Requirements for Nurse Executive certification include:

    • Active RN license
    • Bachelor’s degree or higher in nursing
    • Have a mid-level administrative or higher position OR a faculty position teaching graduate students nursing administration OR a nursing management or executive consultation position full time for at least 24 months (or the equivalent) in the last 5 years
    • If you don’t have a MSN in nursing administration, 30 hours of continuing education in nursing administration within the last three years. 

    The requirements for the Nurse Executive, Advanced vary slightly and can be found on the ANCC webpage.

    Another certification option for nurse managers is taking a certification exam to become a Certified Nurse Manager and Leader. The Association of Critical-Care Nurses offers this certification in conjunction with the American Organization of Nurse Executives. 

    • Eligibility requirements include: 
    • Bachelor’s degree or higher in nursing
    • Two years of experience as a nurse manager OR a non-nursing bachelor’s degree and three years of experience in a nurse manager role OR an associate’s degree or nursing diploma and five years of experience as a nurse manager.
    • Experience should be a minimum of 1,040 hours for all scenarios.

    What Schools are Best for a Degree in Nurse Administration?

    In 2017, US News & World Report ranked the best nurse administration graduate schools in the country.

    The top 5 include: 

    1. Johns Hopkins University (tie 1st)
    2. University of Pennsylvania (tie 1st)
    3. University of Maryland - Baltimore
    4. University of Pittsburgh
    5. University of Michigan - Ann Arbor

    MSN programs are offered both online and in the traditional classroom settings. Coursework is generally more advanced than undergraduate programs and focuses on using undergraduate curriculum as a foundation. 

    The length of time it will take to complete a master’s level program varies greatly on the individual. If a student is able to focus solely on their advanced degree it can be done in two years; however, most have family and work obligations and attend school on a part-time basis. Most programs require students finish a program within five years. 

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    Part Seven Where can Nurse Administrators Work?

    Nurse Administrators can work in a variety of settings. As the field of healthcare and nursing continue to evolve, the opportunities for Nurse Administrators will continue to grow. 

    Currently, Nurse Administrators can work in the following areas:

    • Urgent Care Centers
    • Medical and Surgical Hospitals
    • VA Hospitals
    • Private Doctor’s Offices
    • Home Healthcare Agencies
    • Nursing Home
    • Outpatient Treatment Centers

    Essentially, Nurse Managers can work anywhere with a staff of nurses. The job possibilities are endless for this career. 

    Part EightWhat are the CEU for Nurse Administrators?

    Continuing Education Requirements vary depending on the state. All Nurse Managers are required to maintain an RN license. This license carries its own continuing education requirements which differs for each state. Monetary fees are also associated with all license and certification renewals.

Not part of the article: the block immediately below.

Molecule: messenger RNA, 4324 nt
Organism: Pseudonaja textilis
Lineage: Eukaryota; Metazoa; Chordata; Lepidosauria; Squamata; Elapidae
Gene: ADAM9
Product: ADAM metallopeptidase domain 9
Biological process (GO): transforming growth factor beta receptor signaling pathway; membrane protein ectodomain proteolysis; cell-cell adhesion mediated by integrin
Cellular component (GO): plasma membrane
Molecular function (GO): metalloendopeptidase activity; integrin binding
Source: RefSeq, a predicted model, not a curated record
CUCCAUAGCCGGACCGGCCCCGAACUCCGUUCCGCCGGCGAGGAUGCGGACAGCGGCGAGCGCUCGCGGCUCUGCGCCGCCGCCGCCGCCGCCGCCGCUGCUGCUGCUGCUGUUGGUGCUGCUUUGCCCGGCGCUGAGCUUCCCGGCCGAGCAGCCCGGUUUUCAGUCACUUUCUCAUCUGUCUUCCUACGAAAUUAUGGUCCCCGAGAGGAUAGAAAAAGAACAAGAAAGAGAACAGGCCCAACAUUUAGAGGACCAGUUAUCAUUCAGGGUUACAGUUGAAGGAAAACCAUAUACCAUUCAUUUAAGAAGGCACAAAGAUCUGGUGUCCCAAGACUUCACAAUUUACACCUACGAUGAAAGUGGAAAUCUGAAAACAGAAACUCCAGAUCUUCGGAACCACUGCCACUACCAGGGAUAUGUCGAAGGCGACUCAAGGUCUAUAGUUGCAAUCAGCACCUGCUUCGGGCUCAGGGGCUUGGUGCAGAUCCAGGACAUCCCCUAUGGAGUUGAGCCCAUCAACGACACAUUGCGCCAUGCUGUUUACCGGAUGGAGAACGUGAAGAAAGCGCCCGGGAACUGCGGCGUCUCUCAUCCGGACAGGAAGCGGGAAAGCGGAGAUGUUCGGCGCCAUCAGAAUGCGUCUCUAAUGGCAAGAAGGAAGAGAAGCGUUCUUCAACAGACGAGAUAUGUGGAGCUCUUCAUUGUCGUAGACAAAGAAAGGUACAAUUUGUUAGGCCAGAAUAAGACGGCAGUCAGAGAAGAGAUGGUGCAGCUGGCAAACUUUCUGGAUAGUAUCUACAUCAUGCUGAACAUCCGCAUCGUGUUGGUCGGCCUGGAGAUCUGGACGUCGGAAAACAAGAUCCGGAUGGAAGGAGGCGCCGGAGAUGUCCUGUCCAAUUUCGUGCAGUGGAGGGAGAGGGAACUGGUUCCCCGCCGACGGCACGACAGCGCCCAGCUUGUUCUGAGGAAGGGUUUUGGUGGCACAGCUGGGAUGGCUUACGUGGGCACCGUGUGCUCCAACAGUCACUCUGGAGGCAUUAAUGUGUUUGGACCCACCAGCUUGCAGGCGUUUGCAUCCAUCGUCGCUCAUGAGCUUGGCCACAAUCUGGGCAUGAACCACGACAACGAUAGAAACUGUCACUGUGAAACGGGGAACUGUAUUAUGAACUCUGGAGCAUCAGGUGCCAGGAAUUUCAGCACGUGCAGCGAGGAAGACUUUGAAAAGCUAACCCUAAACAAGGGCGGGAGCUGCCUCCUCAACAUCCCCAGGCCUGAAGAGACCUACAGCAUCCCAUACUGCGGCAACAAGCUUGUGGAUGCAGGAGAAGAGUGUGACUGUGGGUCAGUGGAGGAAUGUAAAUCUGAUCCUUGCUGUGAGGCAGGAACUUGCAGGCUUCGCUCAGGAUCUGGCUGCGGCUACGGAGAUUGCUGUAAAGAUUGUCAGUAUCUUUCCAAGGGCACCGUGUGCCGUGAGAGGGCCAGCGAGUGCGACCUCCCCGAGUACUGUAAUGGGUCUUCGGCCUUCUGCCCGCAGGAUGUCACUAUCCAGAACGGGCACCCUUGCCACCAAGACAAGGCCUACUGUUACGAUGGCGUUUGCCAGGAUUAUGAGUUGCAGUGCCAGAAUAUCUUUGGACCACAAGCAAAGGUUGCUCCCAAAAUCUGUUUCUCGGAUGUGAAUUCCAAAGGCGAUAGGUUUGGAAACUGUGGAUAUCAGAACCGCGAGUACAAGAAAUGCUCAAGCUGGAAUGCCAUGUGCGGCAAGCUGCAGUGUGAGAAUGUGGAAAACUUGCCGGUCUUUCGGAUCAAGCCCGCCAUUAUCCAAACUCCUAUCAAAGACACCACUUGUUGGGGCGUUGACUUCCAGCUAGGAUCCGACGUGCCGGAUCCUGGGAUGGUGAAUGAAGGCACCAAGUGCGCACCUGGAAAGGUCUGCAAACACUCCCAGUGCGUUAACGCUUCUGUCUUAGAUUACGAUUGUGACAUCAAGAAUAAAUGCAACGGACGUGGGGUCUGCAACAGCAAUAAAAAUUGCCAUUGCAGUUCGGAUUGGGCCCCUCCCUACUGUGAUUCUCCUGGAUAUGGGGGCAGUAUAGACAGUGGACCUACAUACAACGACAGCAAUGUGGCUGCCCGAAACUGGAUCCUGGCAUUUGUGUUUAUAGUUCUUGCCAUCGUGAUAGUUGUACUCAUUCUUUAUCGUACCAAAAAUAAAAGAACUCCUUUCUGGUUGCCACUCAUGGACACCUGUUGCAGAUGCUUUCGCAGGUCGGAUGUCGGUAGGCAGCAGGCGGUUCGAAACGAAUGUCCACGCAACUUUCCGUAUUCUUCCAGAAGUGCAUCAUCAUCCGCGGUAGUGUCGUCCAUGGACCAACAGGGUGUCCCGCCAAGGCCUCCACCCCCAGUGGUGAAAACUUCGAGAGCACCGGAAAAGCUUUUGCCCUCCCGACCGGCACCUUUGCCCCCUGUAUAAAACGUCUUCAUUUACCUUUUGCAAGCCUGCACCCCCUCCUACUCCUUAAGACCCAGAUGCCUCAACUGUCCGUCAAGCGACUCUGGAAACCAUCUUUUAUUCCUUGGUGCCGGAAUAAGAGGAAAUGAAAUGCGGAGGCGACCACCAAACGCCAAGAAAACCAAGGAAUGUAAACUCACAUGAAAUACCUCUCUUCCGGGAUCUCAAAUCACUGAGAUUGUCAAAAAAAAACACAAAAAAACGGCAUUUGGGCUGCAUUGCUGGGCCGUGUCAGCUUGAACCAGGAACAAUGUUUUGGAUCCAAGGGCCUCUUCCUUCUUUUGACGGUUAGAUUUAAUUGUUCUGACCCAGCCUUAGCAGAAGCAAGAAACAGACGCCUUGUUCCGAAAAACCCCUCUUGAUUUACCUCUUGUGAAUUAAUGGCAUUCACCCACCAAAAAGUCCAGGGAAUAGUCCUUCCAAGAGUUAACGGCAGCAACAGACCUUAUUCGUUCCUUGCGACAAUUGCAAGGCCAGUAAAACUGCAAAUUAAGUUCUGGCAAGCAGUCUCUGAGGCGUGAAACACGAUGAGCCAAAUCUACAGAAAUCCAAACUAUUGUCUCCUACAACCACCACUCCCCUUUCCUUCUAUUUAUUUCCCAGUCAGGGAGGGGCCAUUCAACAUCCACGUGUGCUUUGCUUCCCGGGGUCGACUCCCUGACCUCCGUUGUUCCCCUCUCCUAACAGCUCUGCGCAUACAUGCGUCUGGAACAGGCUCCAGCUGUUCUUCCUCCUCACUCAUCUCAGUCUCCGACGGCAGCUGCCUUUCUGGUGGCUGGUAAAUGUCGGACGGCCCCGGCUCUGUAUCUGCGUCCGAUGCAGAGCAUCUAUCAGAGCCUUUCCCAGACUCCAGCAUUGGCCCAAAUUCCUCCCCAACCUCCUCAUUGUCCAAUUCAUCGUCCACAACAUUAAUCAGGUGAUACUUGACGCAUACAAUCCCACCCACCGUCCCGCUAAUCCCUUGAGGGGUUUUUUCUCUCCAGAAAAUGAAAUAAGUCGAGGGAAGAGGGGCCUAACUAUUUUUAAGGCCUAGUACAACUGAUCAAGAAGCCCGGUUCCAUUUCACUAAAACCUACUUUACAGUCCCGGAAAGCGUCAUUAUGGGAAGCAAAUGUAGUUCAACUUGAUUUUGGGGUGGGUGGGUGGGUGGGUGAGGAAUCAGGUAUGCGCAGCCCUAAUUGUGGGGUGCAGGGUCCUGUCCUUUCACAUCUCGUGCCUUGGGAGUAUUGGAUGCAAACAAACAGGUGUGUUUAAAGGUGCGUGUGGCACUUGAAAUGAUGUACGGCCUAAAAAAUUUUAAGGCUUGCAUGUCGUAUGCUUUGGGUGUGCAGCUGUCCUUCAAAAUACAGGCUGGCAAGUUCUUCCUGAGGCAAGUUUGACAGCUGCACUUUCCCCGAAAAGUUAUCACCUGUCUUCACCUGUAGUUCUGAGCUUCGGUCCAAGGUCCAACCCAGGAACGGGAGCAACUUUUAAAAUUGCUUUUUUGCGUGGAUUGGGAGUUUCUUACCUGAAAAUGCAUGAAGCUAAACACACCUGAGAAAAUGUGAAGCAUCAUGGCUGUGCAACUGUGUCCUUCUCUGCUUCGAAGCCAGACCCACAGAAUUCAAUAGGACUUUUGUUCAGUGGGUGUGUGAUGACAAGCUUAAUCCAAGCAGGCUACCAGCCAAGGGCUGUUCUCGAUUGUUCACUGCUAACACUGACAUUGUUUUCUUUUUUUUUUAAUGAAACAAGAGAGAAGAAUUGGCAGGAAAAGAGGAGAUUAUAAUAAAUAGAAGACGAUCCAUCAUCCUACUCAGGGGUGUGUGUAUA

Examples of continuing education requirements are as follows: 

    • District of Columbia - 24 contact hours every 2 years
    • Illinois - 20 contact hours every 2 years
    • Minnesota - 24 contact hours every 2 years
    • Pennsylvania - 30 contact hours every 2 years 

    Some states do not require CEU’s to maintain a RN license. Example include Arizona, Colorado, Hawaii, and Indiana. It is important for nurses to check their state’s RN credentialing body for exact CEU requirements. 

    Nurse Administrators with advanced certifications must also complete a required number of Continuing Professional Education (CPE) hours. The American Organization of Nurse Executives which sponsors the CNML exam allows individuals to recertify two ways. Nurses can stay credentialed if they complete at least 45 contact hours of eligible continuing CPE hours within three years prior to the current certification expiration date OR nurses can retake the CNML examination one year prior to the expiration date.

    The CEU requirements for the Nurse Executive and Nurse Executive, Advanced certifications through the ANCC are more complicated. All certification renewal candidates must complete 75 hours of mandatory CEU’s as well as one or more of the eight ANCC Renewal categories. More information regarding these categories can be found here.  

    Part Nine Where Can I Learn More about Nurse Administrators?

    A great resource for nurses interested in learning more about nurse managers/nurse administrators is the American College of Healthcare Executives and American Organization of Nurse Executives. Information ranges from professional development conferences to research articles regarding nurse administrators.  

    These professional associations provide support to individuals throughout their career as nurse managers. It is important to join credible associations to stay up to date on the most current changes to healthcare administration and have the resources necessary to implement the changes in your job.   

    Part Ten Where can I Find the Best Nurse Admin Jobs?

    The BLS projects an upward growth for this job market. As with all jobs, employers will seek the most qualified candidates. For this reason, it is highly recommended to earn an advanced nursing degree and sit for a certification exam. 

    Despite the need for nurse managers, some job markets are saturated and currently do not have many available openings. It is important to search the surrounding area and consider a longer commute or even relocation in order to broaden the job opportunities.

    Nurse Administration jobs can often be found in the following metropolitan areas according to the BLS:

    • Philadelphia
    • New York City
    • Los Angeles
    • Chicago
    • Boston
    • Washington, D.C.